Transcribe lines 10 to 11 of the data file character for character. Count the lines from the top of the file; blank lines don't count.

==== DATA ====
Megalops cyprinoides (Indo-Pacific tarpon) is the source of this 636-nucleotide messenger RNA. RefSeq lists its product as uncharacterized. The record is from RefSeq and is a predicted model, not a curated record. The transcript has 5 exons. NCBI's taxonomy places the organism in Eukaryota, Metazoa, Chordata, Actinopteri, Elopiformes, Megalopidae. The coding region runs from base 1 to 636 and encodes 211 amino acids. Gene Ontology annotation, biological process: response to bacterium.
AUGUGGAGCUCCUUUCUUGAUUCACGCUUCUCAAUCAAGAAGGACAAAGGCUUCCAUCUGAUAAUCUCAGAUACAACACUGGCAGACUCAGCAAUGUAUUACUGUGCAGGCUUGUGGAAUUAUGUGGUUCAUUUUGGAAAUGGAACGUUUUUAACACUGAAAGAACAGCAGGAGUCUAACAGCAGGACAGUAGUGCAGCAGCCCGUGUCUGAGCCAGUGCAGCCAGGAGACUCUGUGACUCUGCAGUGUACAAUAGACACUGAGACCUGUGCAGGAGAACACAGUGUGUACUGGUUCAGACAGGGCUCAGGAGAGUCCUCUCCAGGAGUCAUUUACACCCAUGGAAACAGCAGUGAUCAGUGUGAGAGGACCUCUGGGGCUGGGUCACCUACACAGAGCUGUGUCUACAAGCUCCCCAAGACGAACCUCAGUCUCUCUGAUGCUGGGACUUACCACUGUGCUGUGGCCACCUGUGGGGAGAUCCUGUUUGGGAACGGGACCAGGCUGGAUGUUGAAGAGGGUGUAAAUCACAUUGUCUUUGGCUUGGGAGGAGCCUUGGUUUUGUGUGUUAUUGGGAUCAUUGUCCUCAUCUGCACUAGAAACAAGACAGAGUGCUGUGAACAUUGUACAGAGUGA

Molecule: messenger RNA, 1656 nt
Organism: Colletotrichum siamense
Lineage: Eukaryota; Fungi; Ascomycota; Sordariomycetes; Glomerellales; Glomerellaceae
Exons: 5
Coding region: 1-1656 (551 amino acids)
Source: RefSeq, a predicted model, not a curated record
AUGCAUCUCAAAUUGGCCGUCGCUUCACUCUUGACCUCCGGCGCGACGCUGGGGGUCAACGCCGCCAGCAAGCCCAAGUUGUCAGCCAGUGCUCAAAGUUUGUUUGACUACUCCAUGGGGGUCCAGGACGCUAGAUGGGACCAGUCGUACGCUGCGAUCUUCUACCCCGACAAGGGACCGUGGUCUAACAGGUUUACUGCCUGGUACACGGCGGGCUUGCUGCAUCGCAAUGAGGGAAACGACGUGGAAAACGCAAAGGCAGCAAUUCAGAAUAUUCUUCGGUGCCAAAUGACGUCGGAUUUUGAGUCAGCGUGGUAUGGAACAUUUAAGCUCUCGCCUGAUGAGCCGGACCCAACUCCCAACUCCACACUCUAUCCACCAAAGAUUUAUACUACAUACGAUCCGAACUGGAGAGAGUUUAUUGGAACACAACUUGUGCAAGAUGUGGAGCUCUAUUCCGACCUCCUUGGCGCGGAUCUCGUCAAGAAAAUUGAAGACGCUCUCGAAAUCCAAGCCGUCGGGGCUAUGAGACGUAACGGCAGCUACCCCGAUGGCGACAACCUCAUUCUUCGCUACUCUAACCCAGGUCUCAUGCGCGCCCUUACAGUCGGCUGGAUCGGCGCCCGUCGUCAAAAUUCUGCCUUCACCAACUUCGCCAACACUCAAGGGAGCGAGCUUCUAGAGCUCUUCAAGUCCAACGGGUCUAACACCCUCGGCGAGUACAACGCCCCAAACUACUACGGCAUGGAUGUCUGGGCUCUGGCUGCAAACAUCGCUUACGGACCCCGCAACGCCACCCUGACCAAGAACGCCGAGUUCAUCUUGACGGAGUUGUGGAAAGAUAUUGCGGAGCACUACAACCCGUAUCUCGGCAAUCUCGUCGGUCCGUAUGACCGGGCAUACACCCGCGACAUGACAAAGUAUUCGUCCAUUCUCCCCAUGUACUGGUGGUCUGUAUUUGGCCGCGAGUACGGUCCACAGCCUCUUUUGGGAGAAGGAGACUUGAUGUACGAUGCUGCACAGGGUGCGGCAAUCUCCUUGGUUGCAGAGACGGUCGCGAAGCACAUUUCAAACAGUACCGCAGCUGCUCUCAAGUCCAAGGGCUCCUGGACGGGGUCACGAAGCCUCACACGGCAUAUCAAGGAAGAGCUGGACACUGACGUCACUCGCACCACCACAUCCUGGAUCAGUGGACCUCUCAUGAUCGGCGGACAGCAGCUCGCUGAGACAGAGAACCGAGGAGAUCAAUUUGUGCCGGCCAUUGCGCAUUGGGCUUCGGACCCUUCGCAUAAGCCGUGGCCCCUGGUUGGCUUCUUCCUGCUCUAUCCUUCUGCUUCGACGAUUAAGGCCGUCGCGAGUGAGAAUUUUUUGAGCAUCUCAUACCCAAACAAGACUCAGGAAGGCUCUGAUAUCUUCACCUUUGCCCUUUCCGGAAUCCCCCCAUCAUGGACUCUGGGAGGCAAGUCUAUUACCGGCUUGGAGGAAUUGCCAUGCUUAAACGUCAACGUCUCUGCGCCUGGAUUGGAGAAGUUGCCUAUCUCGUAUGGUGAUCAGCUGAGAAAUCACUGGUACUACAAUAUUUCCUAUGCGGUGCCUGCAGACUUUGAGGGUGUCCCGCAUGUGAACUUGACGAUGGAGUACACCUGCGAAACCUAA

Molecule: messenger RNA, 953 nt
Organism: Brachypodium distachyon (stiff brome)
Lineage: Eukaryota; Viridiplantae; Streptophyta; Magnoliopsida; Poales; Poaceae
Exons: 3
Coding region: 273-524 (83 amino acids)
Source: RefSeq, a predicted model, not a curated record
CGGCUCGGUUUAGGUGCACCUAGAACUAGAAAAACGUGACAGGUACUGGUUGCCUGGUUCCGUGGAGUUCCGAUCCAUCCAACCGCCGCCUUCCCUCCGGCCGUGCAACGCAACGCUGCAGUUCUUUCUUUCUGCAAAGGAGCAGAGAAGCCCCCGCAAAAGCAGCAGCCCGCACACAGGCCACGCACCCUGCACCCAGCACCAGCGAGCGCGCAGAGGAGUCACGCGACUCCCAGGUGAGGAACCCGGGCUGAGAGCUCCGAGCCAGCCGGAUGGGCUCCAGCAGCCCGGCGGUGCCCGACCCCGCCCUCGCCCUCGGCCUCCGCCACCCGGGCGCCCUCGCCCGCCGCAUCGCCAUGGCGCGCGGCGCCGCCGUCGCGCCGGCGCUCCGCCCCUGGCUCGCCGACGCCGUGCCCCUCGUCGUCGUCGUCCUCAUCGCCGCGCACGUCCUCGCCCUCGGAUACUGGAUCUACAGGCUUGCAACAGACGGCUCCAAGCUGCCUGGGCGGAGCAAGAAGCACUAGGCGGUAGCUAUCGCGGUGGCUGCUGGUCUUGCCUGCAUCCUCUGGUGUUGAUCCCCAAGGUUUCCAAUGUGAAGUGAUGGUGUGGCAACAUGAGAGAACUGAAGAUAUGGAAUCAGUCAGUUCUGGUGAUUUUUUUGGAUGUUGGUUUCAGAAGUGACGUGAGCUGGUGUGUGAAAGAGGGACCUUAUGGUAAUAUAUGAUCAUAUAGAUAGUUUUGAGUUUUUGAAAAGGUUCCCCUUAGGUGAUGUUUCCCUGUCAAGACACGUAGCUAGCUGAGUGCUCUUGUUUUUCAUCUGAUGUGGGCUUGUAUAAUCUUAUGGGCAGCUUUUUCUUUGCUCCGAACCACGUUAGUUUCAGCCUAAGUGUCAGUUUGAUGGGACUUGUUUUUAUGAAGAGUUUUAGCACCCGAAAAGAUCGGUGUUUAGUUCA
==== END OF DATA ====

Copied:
Molecule: messenger RNA, 953 nt
Organism: Brachypodium distachyon (stiff brome)